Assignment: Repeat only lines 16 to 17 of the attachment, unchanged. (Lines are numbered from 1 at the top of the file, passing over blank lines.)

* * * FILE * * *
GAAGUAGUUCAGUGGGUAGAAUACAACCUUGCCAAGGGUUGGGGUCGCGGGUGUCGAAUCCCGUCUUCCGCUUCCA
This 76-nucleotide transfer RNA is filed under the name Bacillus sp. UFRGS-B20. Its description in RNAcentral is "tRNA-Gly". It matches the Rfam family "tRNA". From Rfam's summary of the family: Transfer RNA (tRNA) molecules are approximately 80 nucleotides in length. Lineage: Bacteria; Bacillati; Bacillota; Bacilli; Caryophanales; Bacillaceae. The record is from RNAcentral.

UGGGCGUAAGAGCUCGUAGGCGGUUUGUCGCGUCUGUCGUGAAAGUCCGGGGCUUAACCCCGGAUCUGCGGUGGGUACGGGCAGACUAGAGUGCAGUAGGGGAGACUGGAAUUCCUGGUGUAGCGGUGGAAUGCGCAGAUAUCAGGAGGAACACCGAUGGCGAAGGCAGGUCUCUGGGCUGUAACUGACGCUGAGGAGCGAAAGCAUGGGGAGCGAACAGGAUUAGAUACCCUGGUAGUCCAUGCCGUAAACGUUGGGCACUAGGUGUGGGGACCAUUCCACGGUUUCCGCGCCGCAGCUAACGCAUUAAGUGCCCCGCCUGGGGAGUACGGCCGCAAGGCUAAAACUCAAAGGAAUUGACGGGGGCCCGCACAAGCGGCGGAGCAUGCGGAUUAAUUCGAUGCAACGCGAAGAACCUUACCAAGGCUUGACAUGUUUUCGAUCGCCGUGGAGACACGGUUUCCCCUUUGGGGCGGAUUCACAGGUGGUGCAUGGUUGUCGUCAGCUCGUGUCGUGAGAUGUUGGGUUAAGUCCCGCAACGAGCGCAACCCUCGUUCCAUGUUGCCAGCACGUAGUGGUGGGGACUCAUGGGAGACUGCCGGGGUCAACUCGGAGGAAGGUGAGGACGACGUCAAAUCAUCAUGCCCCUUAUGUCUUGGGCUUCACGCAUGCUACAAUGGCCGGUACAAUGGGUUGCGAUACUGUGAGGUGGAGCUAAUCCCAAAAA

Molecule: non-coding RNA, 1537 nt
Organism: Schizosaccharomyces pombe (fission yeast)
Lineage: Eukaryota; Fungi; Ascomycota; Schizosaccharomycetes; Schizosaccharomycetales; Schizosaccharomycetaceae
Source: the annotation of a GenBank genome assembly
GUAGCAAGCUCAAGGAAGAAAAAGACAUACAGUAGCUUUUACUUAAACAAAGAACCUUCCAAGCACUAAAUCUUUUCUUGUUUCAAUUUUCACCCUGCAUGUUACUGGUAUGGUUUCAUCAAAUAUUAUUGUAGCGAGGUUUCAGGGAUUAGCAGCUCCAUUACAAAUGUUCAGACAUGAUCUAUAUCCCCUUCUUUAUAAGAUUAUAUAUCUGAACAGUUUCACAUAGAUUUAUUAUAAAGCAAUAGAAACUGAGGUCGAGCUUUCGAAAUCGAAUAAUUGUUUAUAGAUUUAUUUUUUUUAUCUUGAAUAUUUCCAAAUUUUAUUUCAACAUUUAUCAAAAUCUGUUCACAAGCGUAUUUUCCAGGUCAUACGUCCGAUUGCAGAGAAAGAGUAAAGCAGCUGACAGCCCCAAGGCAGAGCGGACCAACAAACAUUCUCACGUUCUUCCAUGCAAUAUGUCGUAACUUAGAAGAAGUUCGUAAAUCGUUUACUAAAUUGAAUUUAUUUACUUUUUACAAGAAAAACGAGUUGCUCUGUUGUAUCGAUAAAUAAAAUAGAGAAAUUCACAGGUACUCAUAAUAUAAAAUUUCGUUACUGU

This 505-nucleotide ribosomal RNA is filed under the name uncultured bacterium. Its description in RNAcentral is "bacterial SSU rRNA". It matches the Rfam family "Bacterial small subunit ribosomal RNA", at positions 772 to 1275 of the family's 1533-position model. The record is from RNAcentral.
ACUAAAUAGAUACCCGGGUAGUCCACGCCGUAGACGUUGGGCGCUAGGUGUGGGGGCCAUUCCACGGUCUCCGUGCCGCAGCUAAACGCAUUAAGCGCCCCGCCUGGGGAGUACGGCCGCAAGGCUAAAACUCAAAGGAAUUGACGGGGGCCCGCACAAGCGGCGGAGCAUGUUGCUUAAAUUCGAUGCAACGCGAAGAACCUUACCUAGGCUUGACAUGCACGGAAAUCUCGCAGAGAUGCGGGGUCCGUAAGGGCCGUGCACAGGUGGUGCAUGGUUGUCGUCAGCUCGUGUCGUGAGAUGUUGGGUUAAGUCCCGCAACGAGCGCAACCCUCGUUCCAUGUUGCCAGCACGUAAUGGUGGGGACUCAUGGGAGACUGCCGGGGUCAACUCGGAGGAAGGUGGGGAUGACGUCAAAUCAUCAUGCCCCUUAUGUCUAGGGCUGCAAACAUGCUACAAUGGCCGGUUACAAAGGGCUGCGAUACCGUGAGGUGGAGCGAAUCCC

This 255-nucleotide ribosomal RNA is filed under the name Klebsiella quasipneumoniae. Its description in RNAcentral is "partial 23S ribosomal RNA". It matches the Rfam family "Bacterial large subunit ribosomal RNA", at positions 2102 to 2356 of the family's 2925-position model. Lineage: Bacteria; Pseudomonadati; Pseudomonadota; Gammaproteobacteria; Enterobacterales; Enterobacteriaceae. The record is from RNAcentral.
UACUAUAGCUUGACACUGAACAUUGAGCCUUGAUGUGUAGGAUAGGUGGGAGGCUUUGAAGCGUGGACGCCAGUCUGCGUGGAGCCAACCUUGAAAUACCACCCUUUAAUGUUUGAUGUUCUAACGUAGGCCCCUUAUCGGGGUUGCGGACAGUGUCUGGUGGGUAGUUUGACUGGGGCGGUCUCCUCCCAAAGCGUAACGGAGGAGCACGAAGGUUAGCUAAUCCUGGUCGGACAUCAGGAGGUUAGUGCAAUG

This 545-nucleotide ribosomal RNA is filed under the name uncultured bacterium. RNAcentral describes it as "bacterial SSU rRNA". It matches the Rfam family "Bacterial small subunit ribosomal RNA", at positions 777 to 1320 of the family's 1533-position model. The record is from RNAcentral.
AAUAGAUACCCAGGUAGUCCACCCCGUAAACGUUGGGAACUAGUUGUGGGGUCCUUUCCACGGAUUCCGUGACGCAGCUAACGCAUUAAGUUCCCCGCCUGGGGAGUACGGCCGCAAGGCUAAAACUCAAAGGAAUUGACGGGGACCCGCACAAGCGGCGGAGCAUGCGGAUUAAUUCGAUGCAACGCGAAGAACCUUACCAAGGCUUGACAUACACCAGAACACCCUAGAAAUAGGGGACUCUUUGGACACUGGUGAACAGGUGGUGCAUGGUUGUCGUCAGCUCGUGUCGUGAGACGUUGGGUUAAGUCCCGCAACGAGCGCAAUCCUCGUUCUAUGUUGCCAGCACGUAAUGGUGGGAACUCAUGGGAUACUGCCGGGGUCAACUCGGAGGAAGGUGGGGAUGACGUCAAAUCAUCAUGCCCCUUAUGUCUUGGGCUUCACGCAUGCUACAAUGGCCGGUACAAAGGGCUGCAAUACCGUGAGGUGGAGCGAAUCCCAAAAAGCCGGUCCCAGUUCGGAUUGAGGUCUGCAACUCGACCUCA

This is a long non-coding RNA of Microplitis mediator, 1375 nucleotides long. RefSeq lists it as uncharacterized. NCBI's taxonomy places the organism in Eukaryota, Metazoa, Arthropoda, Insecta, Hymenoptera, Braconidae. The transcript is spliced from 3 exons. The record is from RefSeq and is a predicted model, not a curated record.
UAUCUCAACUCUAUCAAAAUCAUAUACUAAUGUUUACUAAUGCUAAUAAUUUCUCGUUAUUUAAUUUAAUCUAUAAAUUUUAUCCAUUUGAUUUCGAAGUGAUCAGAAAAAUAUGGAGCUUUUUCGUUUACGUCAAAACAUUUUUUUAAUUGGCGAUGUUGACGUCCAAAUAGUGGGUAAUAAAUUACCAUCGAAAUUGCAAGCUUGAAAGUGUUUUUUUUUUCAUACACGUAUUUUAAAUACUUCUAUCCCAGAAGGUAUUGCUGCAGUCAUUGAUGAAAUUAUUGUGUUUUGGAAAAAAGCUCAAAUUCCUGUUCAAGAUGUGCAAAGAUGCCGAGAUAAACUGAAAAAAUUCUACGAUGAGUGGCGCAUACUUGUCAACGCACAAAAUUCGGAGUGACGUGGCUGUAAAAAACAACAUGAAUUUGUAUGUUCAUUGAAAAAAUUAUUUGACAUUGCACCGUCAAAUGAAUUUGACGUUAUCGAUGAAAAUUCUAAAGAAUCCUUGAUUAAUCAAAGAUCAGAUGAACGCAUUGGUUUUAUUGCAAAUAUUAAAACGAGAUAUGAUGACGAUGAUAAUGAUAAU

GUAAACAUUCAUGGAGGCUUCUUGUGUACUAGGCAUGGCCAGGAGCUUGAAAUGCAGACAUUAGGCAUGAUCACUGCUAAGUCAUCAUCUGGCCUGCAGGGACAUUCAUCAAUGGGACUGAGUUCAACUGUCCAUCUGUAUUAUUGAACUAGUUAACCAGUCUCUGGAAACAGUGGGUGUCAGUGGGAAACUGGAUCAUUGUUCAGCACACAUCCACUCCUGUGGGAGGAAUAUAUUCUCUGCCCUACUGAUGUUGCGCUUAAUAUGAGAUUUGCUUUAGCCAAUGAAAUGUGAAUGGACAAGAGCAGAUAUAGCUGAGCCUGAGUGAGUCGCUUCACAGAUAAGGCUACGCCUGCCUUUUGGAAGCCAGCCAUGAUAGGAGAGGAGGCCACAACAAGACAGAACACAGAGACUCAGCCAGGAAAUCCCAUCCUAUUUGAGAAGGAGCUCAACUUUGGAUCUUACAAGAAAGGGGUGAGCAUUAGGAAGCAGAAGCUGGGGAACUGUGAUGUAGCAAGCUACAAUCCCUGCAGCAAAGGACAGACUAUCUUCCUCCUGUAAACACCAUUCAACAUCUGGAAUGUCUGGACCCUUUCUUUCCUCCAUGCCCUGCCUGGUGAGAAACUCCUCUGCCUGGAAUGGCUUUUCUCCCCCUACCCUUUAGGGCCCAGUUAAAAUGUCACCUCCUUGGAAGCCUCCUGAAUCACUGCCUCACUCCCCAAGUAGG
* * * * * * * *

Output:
UAUCUCAACUCUAUCAAAAUCAUAUACUAAUGUUUACUAAUGCUAAUAAUUUCUCGUUAUUUAAUUUAAUCUAUAAAUUUUAUCCAUUUGAUUUCGAAGUGAUCAGAAAAAUAUGGAGCUUUUUCGUUUACGUCAAAACAUUUUUUUAAUUGGCGAUGUUGACGUCCAAAUAGUGGGUAAUAAAUUACCAUCGAAAUUGCAAGCUUGAAAGUGUUUUUUUUUUCAUACACGUAUUUUAAAUACUUCUAUCCCAGAAGGUAUUGCUGCAGUCAUUGAUGAAAUUAUUGUGUUUUGGAAAAAAGCUCAAAUUCCUGUUCAAGAUGUGCAAAGAUGCCGAGAUAAACUGAAAAAAUUCUACGAUGAGUGGCGCAUACUUGUCAACGCACAAAAUUCGGAGUGACGUGGCUGUAAAAAACAACAUGAAUUUGUAUGUUCAUUGAAAAAAUUAUUUGACAUUGCACCGUCAAAUGAAUUUGACGUUAUCGAUGAAAAUUCUAAAGAAUCCUUGAUUAAUCAAAGAUCAGAUGAACGCAUUGGUUUUAUUGCAAAUAUUAAAACGAGAUAUGAUGACGAUGAUAAUGAUAAU

GUAAACAUUCAUGGAGGCUUCUUGUGUACUAGGCAUGGCCAGGAGCUUGAAAUGCAGACAUUAGGCAUGAUCACUGCUAAGUCAUCAUCUGGCCUGCAGGGACAUUCAUCAAUGGGACUGAGUUCAACUGUCCAUCUGUAUUAUUGAACUAGUUAACCAGUCUCUGGAAACAGUGGGUGUCAGUGGGAAACUGGAUCAUUGUUCAGCACACAUCCACUCCUGUGGGAGGAAUAUAUUCUCUGCCCUACUGAUGUUGCGCUUAAUAUGAGAUUUGCUUUAGCCAAUGAAAUGUGAAUGGACAAGAGCAGAUAUAGCUGAGCCUGAGUGAGUCGCUUCACAGAUAAGGCUACGCCUGCCUUUUGGAAGCCAGCCAUGAUAGGAGAGGAGGCCACAACAAGACAGAACACAGAGACUCAGCCAGGAAAUCCCAUCCUAUUUGAGAAGGAGCUCAACUUUGGAUCUUACAAGAAAGGGGUGAGCAUUAGGAAGCAGAAGCUGGGGAACUGUGAUGUAGCAAGCUACAAUCCCUGCAGCAAAGGACAGACUAUCUUCCUCCUGUAAACACCAUUCAACAUCUGGAAUGUCUGGACCCUUUCUUUCCUCCAUGCCCUGCCUGGUGAGAAACUCCUCUGCCUGGAAUGGCUUUUCUCCCCCUACCCUUUAGGGCCCAGUUAAAAUGUCACCUCCUUGGAAGCCUCCUGAAUCACUGCCUCACUCCCCAAGUAGG